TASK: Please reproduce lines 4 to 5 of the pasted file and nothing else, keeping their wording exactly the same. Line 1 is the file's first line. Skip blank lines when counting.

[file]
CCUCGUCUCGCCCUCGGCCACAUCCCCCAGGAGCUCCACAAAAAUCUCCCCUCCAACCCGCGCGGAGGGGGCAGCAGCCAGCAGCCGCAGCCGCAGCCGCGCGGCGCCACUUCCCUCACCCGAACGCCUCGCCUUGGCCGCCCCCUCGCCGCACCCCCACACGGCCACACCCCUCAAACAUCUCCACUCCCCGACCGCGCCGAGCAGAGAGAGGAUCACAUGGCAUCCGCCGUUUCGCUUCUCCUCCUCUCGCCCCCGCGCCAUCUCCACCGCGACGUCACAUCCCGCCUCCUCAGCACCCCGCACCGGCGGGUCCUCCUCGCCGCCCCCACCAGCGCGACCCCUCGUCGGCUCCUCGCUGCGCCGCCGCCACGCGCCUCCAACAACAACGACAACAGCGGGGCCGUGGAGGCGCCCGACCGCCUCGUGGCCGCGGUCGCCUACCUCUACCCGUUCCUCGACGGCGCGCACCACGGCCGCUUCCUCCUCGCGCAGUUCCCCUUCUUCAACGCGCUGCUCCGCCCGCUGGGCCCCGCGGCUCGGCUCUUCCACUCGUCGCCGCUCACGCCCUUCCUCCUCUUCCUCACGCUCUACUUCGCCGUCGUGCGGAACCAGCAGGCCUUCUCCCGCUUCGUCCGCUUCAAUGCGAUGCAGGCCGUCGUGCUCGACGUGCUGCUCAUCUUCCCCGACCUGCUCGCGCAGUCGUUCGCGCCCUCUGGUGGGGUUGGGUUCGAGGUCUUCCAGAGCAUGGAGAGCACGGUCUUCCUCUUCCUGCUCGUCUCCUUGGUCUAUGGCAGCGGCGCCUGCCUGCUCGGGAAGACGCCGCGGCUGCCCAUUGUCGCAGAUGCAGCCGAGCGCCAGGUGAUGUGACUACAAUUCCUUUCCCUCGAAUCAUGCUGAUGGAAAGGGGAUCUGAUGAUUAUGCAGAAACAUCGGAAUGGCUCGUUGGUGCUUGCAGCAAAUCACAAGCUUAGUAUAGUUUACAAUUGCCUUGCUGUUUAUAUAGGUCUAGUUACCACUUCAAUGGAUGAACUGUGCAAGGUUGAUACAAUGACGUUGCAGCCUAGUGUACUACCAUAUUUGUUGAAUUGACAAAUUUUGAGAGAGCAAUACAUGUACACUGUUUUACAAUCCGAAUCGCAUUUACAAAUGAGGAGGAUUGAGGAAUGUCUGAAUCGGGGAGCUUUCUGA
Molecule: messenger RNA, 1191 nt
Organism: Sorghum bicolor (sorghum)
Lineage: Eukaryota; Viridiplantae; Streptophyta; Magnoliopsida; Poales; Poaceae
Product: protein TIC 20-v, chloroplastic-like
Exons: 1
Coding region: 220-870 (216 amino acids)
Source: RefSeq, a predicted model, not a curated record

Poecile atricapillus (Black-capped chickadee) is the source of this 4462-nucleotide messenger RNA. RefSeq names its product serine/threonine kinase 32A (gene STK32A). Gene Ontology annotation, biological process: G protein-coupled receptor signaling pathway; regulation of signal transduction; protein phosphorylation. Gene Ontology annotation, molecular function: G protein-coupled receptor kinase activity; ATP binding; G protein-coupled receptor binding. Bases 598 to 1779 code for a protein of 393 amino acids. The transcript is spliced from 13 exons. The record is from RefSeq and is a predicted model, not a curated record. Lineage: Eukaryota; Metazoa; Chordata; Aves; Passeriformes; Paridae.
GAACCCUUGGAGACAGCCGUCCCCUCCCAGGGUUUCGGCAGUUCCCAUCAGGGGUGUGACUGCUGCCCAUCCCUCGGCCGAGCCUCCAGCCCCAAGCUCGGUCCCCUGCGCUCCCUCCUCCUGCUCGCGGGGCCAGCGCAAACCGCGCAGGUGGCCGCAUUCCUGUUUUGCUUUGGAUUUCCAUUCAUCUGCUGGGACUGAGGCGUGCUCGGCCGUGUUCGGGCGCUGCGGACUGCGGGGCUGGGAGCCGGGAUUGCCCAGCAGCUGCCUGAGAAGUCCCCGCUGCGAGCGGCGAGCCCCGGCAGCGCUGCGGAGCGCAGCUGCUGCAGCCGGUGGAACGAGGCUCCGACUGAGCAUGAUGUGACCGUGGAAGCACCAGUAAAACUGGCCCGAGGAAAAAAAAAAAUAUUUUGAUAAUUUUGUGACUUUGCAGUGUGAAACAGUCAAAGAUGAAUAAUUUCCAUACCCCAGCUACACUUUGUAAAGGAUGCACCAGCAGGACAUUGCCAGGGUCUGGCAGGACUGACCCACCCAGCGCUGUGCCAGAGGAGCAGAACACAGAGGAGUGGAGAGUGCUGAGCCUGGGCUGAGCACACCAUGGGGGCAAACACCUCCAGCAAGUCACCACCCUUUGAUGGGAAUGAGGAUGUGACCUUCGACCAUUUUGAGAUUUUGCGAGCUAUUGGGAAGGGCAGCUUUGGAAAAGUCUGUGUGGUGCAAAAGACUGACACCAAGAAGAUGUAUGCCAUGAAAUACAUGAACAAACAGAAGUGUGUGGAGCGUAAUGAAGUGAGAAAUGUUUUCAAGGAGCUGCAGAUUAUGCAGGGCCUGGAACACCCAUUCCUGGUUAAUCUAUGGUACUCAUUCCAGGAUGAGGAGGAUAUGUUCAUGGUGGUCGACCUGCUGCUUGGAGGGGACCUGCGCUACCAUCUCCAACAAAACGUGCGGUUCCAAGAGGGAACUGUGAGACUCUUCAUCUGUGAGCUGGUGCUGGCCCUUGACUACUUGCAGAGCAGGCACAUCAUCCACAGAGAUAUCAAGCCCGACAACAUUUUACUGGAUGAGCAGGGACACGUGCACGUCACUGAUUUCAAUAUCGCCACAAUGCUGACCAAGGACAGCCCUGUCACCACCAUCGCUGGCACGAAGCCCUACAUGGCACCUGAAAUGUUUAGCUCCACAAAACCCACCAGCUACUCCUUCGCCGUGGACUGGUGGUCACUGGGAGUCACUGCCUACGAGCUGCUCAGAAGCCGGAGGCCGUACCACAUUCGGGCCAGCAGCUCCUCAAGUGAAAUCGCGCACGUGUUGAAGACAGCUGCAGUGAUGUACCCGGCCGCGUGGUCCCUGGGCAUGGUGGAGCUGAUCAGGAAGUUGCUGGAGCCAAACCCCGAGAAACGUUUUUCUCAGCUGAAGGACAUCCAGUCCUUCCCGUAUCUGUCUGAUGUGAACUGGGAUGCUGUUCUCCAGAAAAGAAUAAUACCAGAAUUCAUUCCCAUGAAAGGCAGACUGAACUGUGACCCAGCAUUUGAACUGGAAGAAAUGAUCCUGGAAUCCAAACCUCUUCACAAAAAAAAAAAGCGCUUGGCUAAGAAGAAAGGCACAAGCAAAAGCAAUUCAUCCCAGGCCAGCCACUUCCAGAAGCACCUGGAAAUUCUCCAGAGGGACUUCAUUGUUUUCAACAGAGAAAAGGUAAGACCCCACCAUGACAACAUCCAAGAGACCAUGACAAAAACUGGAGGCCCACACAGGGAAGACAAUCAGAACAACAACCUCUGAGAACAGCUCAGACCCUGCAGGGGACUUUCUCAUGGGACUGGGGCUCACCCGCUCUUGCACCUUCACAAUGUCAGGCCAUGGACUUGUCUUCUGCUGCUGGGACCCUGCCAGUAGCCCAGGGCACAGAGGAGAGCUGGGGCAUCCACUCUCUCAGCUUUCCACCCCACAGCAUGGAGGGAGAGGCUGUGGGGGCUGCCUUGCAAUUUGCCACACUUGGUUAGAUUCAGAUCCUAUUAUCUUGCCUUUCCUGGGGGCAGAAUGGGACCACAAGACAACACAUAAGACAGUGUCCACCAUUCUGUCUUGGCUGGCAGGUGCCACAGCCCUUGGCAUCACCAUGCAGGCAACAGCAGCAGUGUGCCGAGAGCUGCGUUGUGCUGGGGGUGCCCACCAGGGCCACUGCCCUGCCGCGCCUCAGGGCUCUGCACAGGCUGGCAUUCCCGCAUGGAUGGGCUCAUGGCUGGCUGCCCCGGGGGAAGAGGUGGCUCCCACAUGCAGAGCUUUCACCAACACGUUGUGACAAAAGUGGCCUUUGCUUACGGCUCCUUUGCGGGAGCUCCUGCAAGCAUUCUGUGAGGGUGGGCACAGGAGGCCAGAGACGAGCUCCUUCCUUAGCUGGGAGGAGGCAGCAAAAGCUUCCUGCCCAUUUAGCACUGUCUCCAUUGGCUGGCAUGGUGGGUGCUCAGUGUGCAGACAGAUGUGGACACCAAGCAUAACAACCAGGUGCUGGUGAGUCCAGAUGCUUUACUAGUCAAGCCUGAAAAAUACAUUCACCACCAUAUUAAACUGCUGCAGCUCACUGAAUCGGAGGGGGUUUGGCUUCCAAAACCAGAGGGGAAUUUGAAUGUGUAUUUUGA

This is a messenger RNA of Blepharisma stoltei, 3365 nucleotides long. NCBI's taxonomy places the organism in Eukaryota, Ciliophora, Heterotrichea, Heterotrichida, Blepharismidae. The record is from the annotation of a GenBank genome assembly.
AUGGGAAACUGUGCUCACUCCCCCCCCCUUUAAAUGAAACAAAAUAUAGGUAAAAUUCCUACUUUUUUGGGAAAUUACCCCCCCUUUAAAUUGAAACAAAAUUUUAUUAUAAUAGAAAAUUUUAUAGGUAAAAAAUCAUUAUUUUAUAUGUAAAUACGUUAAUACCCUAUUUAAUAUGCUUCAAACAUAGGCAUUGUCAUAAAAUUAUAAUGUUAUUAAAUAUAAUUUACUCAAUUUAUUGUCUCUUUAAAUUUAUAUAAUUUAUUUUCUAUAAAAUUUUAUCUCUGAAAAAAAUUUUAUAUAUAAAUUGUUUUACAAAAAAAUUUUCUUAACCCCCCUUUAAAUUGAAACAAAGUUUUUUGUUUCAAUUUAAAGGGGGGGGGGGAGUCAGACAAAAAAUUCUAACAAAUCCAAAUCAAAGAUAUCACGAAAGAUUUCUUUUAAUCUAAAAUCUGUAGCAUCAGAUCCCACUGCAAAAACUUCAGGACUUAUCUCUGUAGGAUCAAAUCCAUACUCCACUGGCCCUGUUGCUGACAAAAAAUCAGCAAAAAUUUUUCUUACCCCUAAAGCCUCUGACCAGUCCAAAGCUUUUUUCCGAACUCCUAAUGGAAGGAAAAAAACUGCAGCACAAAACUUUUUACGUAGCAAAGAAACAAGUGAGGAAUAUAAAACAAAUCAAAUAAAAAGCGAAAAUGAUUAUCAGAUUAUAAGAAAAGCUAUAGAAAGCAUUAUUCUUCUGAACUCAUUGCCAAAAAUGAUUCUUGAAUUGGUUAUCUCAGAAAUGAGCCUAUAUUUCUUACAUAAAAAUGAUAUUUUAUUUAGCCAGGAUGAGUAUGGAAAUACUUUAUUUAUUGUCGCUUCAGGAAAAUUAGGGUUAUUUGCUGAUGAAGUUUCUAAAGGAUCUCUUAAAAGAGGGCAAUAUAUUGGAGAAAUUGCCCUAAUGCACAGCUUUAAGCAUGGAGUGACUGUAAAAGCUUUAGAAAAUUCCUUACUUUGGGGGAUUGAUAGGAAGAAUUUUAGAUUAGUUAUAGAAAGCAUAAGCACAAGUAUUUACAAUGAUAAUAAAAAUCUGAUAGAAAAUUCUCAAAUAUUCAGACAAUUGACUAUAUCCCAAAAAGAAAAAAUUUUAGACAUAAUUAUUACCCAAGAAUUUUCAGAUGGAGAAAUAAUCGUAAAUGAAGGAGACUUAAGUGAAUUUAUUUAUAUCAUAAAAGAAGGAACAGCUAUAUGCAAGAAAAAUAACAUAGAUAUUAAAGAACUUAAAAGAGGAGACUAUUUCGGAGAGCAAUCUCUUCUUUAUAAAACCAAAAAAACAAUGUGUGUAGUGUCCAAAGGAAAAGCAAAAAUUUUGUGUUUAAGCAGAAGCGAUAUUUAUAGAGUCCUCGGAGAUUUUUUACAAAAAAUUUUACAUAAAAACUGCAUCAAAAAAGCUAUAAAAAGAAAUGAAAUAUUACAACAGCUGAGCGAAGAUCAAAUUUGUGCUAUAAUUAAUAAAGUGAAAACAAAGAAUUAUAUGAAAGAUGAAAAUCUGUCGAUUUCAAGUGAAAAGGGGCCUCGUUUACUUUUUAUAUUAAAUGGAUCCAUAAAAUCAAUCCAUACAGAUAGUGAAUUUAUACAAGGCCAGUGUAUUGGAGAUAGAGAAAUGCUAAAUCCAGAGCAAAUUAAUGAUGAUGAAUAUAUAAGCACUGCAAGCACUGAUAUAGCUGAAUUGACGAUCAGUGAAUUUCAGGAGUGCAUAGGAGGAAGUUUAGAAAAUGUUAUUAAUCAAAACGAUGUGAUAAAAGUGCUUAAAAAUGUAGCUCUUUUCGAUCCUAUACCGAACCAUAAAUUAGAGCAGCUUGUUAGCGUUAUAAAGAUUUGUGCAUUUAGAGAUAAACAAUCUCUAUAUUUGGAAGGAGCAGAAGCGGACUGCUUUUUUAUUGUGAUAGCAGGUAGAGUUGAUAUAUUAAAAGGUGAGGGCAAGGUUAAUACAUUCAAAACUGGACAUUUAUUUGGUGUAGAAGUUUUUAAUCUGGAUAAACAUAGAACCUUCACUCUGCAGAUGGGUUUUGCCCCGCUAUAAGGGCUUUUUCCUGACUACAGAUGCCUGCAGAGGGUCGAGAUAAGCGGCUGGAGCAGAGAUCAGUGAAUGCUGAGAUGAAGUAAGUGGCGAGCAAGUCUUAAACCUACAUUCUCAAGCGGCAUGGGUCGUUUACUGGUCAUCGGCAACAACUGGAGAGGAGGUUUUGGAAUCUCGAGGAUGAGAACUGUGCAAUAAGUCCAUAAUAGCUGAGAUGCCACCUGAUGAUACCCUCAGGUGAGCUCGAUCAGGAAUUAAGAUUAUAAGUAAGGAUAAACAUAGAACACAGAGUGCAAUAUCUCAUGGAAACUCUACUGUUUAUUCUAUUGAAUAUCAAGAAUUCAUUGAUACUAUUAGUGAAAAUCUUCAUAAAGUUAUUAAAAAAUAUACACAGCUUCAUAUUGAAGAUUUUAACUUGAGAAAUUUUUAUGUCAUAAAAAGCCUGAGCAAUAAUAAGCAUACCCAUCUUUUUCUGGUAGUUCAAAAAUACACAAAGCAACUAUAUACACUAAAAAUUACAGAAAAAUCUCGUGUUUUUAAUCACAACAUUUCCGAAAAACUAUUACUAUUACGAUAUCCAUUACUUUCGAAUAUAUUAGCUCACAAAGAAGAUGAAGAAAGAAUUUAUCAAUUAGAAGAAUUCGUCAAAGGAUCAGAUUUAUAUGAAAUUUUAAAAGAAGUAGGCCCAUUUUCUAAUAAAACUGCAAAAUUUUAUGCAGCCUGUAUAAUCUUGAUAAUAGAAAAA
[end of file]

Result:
Lineage: Eukaryota; Viridiplantae; Streptophyta; Magnoliopsida; Poales; Poaceae
Product: protein TIC 20-v, chloroplastic-like